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Women are making waves in small poultry farming

Women are making waves in small poultry farming
July 28
10:37 2020

Poultry meat and eggs are among a wide selection of animal-based proteins mostly consumed globally, across diverse cultures.

The Food and Agricultural Organization (FAO) has projected that demand for global poultry and its products will continue to grow due to population growth and individual consumption.

Botswana is currently experiencing an upsurge in small scale (mostly local) poultry farmers as the market is now responding favourably, to the advantage of these micro businesses. For the longest time, commercial poultry producers; mostly Batswana of other racial origins have dominated this market.  However, traditionally, almost every household, especially in rural Botswana, kept chickens and other forms of poultry in the backyards. The culture has over the years slowly died. A new trend has therefore emerged from both the supply and demand scales.

Locals are retracing their footsteps, with youthful and skilled professional women seemingly leading the trend.

“I was brought up at the cattle post since my parents are farmers. For me farming comes naturally, it is not a job it’s a lifestyle,” says Percia Boingotlo, a poultry farmer of layers and broilers, based in Maun.

Growing up in a family that has religiously clung to farming the traditional way, Boingotlo decided to tap into commercial farming in 2019.

The accountant and safari manager, who identifies as an inborn farmer says poultry production is an extension of her farming passion. The 35-year-old woman has been rearing cattle and goats for quite some time now.

“As you know our traditional kind of farming is solely for survival, we just keep livestock, we don’t sell- except when there is serious need for finances to address a family problem. So, poultry was my way of truly commercializing farming so I can be able to sustain the farm back home,” she expands.

Though she is a relatively new entrant in poultry farming, she says the market is responding very well.

“Batswana are buying our products unreservedly, their support has been immense,” she says. Her passion is keeping her afloat during these covid-19 trying times.

“I can no longer work full time as covid-19 has affected the tourism industry, and poultry is my main source of income at the moment,” she explains.

Yet another fresh player in the industry attests to the booming market. Gape Motswasele of Genevieve Chickens operates from Francistown. The 35-year-old who doubles as a catering service provider and poultry farmer says the coronavirus pandemic has not affected her business in any negative way. In fact, “demand is increasing everyday”.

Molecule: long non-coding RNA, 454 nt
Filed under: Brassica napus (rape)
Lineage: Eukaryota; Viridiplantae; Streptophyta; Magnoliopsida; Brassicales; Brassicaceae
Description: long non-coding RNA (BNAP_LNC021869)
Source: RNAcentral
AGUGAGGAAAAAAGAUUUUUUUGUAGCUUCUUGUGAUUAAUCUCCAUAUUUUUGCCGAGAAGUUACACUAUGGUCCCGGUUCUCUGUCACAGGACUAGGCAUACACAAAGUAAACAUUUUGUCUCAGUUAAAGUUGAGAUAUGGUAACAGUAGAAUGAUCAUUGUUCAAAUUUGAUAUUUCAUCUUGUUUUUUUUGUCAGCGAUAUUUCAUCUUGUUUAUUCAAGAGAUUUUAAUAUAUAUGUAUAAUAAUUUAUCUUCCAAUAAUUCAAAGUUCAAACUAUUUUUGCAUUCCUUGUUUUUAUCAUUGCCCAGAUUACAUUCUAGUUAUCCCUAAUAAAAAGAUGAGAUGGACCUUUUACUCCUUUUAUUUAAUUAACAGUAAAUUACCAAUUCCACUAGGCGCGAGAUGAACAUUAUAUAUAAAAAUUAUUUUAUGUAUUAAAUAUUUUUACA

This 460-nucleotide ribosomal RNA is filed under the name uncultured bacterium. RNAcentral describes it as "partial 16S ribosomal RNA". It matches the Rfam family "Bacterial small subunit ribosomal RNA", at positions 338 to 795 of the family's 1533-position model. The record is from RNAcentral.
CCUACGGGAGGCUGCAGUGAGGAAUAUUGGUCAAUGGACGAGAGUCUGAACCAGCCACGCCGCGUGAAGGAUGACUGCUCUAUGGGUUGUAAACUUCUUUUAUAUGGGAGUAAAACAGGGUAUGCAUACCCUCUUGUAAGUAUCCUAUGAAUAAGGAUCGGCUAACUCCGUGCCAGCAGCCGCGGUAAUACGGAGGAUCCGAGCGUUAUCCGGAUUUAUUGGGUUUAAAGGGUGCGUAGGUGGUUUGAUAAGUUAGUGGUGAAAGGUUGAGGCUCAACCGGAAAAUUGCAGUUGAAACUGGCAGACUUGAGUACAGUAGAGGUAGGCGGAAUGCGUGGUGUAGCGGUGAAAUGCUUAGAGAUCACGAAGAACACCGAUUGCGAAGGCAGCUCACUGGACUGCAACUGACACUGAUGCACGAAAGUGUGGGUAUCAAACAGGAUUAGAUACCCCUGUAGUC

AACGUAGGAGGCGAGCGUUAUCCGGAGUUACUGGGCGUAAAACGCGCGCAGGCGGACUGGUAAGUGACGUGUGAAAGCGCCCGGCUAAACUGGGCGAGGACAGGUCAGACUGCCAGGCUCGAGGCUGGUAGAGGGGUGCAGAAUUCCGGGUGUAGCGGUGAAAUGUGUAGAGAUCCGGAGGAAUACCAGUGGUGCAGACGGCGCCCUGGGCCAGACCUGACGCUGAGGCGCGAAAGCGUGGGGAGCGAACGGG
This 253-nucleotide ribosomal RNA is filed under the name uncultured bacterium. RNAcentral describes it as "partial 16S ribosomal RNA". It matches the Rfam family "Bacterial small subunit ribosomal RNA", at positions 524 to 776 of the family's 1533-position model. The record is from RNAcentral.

She keeps around 1500 birds- both layers and broilers, with 150 slaughters done weekly and a minimum of 1500 collected on a daily basis.

After being in and out of temporary employment for quite a while she started a catering business when her contract could not be renewed anymore.

“When my package was paid I bought catering equipment. While at it, I realized that when into catering one has to produce their own meat as well because the bulk of the costs in catering goes towards meat. My chicken meat business was inspired by the catering,” she says.

Motswasele is an Information and Technology graduate whose poultry business took off with birds ranging between 25-50.

She continued feeding her catering business from the poultry production wing and now she has clients buying from both businesses as well.

“At first, I just cooked three chickens and kept on restocking birds whenever I got money, today I slaughter 25 chickens daily for my catering business. As for the poultry side, business is growing- there individual purchases for braai packs, whole and life chickens as well. Demand for my products is high,” she adds.

The ongoing travel restrictions have inspired local production as most people look to diversify income after salary cuts or job losses. This has since motivated an online movement calling for the purchasing of locally produced goods. Boingotlo and Motswasele are big supporters of this movement which has gained immense traction since lockdown. This is because they have expansion plans, as they believe in the endless possibilities of poultry farming and its ability to greatly change their lives.

 

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